As Ecuador’s president, Lenin Moreno, visits London, reports indicate he is about to withdraw asylum for Julian Assange, exposing the WikiLeaks founder to eventual extradition to the United States to face charges under the Espionage Act.
State Department veteran Peter van Buren joins Peter B. Collins for this Radio WhoWhatWhy interview. Acknowledging the imperfections of Assange, van Buren makes the case that Americans, and especially journalists, should support Assange’s right to publish.
And he warns that if Assange is prosecuted, some reporters may go to jail, and others will likely self-censor to avoid that risk; the result will be more government secrecy, and denial to the public of access to important government information.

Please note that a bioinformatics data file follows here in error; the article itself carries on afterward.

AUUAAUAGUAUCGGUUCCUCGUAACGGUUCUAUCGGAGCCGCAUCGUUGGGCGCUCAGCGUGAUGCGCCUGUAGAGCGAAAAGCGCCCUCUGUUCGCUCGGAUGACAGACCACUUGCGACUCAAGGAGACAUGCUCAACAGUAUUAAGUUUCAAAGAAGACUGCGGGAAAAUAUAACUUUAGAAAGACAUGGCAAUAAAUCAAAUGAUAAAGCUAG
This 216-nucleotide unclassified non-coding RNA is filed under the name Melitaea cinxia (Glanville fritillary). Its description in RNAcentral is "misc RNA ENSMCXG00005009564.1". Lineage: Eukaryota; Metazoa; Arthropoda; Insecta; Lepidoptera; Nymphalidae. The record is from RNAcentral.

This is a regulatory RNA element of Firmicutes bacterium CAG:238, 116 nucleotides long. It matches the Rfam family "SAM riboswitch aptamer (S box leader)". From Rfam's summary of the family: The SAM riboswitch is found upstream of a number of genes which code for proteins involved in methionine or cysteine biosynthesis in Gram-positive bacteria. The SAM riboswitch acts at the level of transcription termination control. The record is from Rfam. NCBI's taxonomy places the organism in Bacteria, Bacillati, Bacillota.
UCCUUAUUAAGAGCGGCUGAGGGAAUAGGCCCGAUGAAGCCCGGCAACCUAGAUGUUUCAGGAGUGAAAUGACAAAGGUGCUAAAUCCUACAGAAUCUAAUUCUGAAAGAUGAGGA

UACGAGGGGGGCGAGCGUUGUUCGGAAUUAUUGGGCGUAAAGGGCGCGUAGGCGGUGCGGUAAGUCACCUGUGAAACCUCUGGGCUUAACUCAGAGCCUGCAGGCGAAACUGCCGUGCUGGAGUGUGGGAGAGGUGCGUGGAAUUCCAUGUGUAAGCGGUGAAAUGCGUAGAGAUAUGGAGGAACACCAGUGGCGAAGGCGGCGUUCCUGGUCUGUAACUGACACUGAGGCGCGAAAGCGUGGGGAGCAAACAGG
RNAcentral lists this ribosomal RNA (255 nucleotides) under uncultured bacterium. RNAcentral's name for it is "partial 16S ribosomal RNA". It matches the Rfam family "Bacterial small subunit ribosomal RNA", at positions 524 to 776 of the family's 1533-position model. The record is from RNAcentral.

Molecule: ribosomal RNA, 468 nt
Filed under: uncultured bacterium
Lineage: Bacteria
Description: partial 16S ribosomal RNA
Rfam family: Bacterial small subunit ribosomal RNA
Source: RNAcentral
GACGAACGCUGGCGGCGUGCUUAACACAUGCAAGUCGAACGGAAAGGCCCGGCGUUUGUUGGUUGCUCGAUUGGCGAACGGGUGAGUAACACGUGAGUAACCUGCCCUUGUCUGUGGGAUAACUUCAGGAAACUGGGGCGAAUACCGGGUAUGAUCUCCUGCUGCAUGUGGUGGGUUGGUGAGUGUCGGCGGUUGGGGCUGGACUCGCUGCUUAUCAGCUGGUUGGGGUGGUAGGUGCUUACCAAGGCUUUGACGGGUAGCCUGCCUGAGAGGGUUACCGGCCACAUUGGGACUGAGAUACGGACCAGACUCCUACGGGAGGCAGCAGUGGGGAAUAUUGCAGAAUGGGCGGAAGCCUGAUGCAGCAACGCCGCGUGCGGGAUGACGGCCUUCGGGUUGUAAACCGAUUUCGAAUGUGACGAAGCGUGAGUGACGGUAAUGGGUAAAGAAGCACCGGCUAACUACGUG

Van Buren thumbnails the history of the Pentagon Papers, characterizing the Supreme Court rulings as protection for publishers, but not leakers. He notes that the New York Times, which defied Nixon in publishing Dan Ellsberg’s leaks, has made wide use of WikiLeaks documents but doesn’t advocate strongly for the rights of Assange and his organization.
The discussion also touches on the current case of Times reporter Ali Watkins, whose emails and phone records were seized by FBI investigators earlier this year.
Peter van Buren served 24 years at the State Department. His first book, We Meant Well: How I Helped Lose the Battle for the Hearts and Minds of the Iraqi People (Metropolitan Books, August 21, 2012) , covered his one year tour in Iraq working on reconstruction projects. His most recent book is a novel about World War II Japan, Hooper’s War (Luminis Books, Inc., May 1, 2017). You can read his commentary about Assange here.